This general bibliography should be read alongside the more extensive reading lists provided for each seminar topic.
Key introductory texts
The following books provide useful introductions to key themes and issues explored on the module and you will find them useful for preparing for seminars, essays and presentations. The library has copies of all of these texts but you may wish to purchase your own copy of one of these texts:
Frederick Cooper, Africa since 1940: The Past of the Present (Cambridge, 2002). Ebook. Highly recommended.
Bill Freund, The Making of Contemporary Africa: The Development of African Society Since 1800 (3rd Edition, 2016).
John Iliffe, Africans: The History of a Continent (Cambridge, 2007). Ebook. Highly recommended.
Paul Nugent, Africa Since Independence: A Comparative History (2nd edition, London, 2012). Ebook.
Richard Reid, A History of Modern Africa: 1800 to the Present (Oxford, 2009). Ebook. Highly recommended.
These texts are also available in the library and you may find them useful in preparing for seminars, essays and presentations:
J.F.A. Ajayi et al., UNESCO General History of Africa, vols 6, 7, and 8 (Oxford, 1989, 1990, and 1993).
Molefi Kete Asante, The history of Africa: the quest for eternal harmony (New York, 2007). Available as an e-book.
Ralph Austen, African Economic History: internal development and external expediency (London, 1987).
Michael Brett, Approaching African history (Woodbridge, Suffolk, 2013). Available as an e-book.
Philip Curtin et al., African History: from earliest times to independence (London, 1995).
Christopher Ehret, The Civilizations of Africa: a history to 1800 (Charlottesville, 2002). Available as an e-book.
Toyin Falola (ed.), Africa (Durham, 2000).
R. Oliver and A. Atmore. Africa since 1800 (Cambridge 1981).
John Parker & Richard Rathbone, A Very Short Introduction to African History (Oxford, 2007). Ebook
John Parker and Richard Reid, The Oxford Handbook of Modern African History (Oxford, 2013). Ebook
John Edward Philips (ed.), Writing African History (Rochester, 2007). Ebook
Collections of Primary Sources
You may wish to use primary sources in your essays or presentation. The following are published collections of primary sources (note that many more primary sources are available via the External Resources page):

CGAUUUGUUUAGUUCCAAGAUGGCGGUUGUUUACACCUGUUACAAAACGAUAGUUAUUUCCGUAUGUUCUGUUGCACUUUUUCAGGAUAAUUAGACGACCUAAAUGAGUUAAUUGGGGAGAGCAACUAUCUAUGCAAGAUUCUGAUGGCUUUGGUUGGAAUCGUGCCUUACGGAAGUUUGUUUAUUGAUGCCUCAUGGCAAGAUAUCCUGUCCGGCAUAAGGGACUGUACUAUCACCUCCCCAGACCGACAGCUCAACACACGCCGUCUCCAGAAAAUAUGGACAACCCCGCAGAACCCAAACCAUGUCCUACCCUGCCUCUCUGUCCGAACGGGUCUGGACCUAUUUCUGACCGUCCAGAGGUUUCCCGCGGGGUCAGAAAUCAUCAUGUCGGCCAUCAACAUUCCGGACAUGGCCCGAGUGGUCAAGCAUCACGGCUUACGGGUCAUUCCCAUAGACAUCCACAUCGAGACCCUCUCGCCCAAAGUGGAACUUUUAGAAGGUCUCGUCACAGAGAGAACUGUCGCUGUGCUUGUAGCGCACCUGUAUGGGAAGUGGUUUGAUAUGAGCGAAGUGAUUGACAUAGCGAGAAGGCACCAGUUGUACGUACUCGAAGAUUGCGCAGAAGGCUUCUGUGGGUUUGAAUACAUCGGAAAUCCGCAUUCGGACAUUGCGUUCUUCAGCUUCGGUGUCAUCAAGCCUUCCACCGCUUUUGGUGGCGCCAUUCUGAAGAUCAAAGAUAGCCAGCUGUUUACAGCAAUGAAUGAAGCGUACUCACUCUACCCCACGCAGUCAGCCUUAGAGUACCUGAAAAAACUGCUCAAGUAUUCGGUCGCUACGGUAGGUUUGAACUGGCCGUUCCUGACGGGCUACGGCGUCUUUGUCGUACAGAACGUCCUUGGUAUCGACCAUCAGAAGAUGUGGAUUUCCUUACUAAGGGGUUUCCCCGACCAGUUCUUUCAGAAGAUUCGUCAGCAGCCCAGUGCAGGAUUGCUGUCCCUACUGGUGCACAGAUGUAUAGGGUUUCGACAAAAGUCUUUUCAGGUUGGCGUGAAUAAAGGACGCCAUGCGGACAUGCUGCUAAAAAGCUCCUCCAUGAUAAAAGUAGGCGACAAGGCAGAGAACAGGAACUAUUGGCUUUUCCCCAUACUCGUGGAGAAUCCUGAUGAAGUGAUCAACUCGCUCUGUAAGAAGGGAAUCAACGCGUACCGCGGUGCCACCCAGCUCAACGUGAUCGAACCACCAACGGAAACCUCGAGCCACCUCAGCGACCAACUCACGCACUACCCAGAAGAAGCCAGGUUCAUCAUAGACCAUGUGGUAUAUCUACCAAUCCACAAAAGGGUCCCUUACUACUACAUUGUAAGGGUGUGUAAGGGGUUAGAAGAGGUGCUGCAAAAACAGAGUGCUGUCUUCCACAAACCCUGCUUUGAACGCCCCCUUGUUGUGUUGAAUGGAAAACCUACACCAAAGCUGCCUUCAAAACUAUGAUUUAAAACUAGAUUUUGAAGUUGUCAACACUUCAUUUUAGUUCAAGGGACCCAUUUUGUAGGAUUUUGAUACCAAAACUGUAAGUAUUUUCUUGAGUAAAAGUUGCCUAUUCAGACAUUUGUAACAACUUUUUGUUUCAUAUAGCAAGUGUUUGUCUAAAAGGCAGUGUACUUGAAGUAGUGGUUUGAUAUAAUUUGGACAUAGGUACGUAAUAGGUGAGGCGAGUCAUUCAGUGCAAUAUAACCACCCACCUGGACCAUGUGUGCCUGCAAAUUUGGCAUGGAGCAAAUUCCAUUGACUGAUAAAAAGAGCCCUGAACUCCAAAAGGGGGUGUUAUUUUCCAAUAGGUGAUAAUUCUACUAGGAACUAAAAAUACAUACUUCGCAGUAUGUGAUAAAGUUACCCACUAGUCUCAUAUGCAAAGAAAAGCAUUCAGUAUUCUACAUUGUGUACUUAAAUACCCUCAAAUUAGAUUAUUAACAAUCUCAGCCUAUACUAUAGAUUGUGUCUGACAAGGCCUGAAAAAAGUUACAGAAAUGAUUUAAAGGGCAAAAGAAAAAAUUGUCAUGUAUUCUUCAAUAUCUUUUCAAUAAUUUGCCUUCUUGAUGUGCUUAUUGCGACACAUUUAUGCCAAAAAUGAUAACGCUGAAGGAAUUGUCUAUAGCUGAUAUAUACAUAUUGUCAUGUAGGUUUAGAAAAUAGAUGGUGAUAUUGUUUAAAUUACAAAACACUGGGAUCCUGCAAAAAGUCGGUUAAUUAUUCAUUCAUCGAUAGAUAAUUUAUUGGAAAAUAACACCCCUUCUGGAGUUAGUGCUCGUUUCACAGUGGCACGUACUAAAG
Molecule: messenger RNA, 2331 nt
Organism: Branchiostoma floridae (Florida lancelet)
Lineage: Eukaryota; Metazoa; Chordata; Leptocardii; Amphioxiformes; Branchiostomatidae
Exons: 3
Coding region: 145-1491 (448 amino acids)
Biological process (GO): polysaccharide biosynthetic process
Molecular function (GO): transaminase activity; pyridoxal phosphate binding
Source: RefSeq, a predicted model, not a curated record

Robert O. Collins, Central and South African History: Vol. II of African History: Text and Readings (2015)
Nancy J. Jacobs, African History through Sources: Volume 1, Colonial Contexts and Everyday Experiences, c. 1850-1946 (2014).
John A. Williams, From the South African Past: Narratives, Documents, and Debates (1997)
William Worger, Nancy L. Clark and Edward A. Alpers, Africa and the West: A Documentary History: Volume 1: From the Slave Trade to Conquest, 1441-1905 (2010)
William Worger, Nancy L. Clark and Edward A. Alpers, Africa and the West: A Documentary History: Volume 2: From Colonialism to Independence, 1875 to the Present (2010)
The following works of literature are available to borrow from the library and will enhance your understanding of Africa's past and its cultures. These books represent only a very small selection of a growing body of contemporary African literature:
Chinua Achebe, Anthills of the Savannah (London, 2001)
Chinua Achebe, Arrow of God (London, 1964)
Chinua Achebe, Things fall apart (London, 2001)
Chimamanda Ngozi Adichie, Half of a Yellow Sun (London, 2006)
Chimamanda Ngozi Adichie, Purple Hibiscus (Chapel Hill, 2012)
Tsitsi Dangarembga, Nervous Conditions (London, 1988)
J.M. Coetzee, Disgrace (London, 2000)
Barbara Kingsolver, The Poisonwood Bible (London, 2000)
Ben Okri, The famished road (London, 1992)
Ngũgĩ wa Thiongo, A grain of wheat (London, 1986)
Ngũgĩ wa Thiongo, Petals of blood (London, 1986)
Ngũgĩ wa Thiongo, The river between (London, 1965)
Alan Paton, Cry, The beloved country (London, 1949)
Yvonne Vera, The stone virgins (New York, 2003)
Warwick also holds a subscription to the African Writers Series, which includes over 250 literary works by such authors as Chinua Achebe, Ama Ata Aidoo, Steve Biko, Doris Lessing, Nelson Mandela, and Christopher Okigbo.